Art Museum Influenced Kid Watercolor Paintings

Last weekend we visited the Austin Museum of Art on “Family Day.” On Family Day they have reduced rates for families to enter the museum, as well as art activities and puppet shows put on by Austin Literature Live. Of course we were early and had some time to kill, so we kicked around the museum for about an hour. Have you ever talked about fine art with four and six year olds? Or tried to keep four and six year olds from touching fine art? JEEZ. My kids are so touchy feely we don’t make it to the museum much. This time we were lucky. The exhibit was about design and featured a lot of art deco furniture. We were able to really talk about the funny shaped furniture, and there were several early telephones. One phone was built directly into a desk. I pulled out my cell phone and we had a lively conversation about phones then and now! They only touched one painting and during our rounds we found these:

These are ink line and watercolor paintings. The kids thought they were “really cool,” that’s a direct quote.  We also noted that these were something the kids might be able to do. So we took a picture to remind us, and after we finished making our watercolor paints from scratch we got to work.

First the kids got their crayons and “scribbled” a line design onto their paper. Then we got the paints. In the art we observed at the museum the artist outlined the “scribble” lines and used pale colors to fill in certain sections. My kids were so excited to be using the paint they had made they couldn’t be restricted by rules or guidelines, they just went where the art took them. 🙂

Our paint had gorgeous color! And while it was thicker than traditional watercolors, it certainly layered very well. Interestingly, when you use crayons and watercolors, the crayon acts as a resist. The watercolor paint pulls away from the crayon and won’t paint OVER the crayon. I knew the kids wouldn’t want to exactly do what we saw at the museum, which is why I chose crayons for them to use in their line and water color art. I didn’t want the line part of their art to be lost. Our homemade watercolors, however, painted right over the crayon. Hmmm… Veddy, veddy intaresting…

We like to have some fresh flowers around while we paint. Hazel chose these sunflowers, talk about vivid color! The fact that the flowers had been dyed didn’t escape notice, and the kids are eager to try coloring their own flowers. Can you guess what we’ll be posting about next?

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How to Make Watercolor Paint

Water colors are the best kind of paint for little kids because they are intended to be left to dry! There’s no worrying about losing lids or replacing the caps like with other paints, and they’re pretty easy on the stomach should your kids eat one or ten. As cool and convenient as store bought water colors are, I have been trying to help my kids understand that everything comes from somewhere, and by somewhere I do not mean the store! Making simple craft materials from scratch has been a great way of doing just that. Water colors are easy and cheap to make (in fact I didn’t have to leave my house, all of the materials were in my pantry), and with water colors you don’t have to worry about sealable containers. I used party cups just  because I happened to have some party cups left over from a party. Otherwise empty ice trays, applesauce, yogurt or those plastic baby food containers would have been perfect.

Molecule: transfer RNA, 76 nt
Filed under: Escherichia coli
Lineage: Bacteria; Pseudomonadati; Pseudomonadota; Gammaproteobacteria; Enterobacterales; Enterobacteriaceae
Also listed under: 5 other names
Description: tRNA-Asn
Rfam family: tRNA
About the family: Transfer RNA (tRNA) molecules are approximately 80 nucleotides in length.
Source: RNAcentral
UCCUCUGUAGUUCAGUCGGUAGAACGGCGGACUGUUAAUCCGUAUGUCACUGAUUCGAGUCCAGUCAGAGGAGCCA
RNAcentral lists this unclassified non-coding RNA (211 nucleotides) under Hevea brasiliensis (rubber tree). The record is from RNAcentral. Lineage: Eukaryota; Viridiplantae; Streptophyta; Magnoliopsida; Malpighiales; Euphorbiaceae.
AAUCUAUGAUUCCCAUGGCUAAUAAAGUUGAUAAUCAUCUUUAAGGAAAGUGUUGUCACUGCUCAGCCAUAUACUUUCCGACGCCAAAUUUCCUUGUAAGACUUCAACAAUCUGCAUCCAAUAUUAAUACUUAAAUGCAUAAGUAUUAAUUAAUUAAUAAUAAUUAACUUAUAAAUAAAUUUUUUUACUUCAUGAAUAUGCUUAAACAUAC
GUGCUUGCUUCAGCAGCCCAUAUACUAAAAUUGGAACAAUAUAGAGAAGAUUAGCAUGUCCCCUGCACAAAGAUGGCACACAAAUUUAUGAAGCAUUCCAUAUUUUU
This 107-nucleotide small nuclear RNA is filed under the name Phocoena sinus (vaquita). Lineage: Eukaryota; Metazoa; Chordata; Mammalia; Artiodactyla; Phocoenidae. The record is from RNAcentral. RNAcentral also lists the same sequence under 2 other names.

Googling water color recipes will give you a variety of slightly different methods to try. I went with Martha’s (Stewart, that is) because I wanted to try a recipe with the best chance of success the first time around. But there are other recipes I am interested in trying, one in particular that calls for gelatin in place of corn syrup. We’ll make a new batch and compare at some point, but for now here are your materials:

Vinegar

Baking SodaIngredients for making watercolor paint!

Cornstarch

Light Corn Syrup

Food Coloring

Small mixing bowl

Forks (for mixing)

Scoop four tablespoons into the mixing bowl, then add two tablespoons of vinegar – get ready for the fizz! Kids love fizz. 🙂 Once the bubbles have calmed down add a half teaspoon of corn syrup and two tablespoons of corn starch. The cornstarch can be difficult to blend and is the reason I recommend using forks for mixing.

When you are finished mixing your solution it will be thick and stark white. Pour it carefully in equal amounts into small containers. Our next step is to add the color. Not all of you are brave enough to put a vial of food coloring into the hands of a three year old, and that’s ok. My food coloring bottles were almost empty which is the only reason I let my kids do the squeezing. You need between five and ten drops of each color for vivid, eye popping saturation. We mixed blue and red to make purple, but only did five containers. The more containers you divide your mixture between the more fun you can have mixing colors.

And voila! That’s it! You’re done! Well, almost. Now comes the hard part – waiting for it to dry. It literally takes twelve  hours or more to dry completely, and you will have some separation as the lighter liquids will rise and settle on top, but they’ll dry eventually. We haven’t painted with ours yet, that’ll come in the next post. In the mean time, make some of your own and give it a try! I’d love to hear your comments and thoughts on other ways to do this.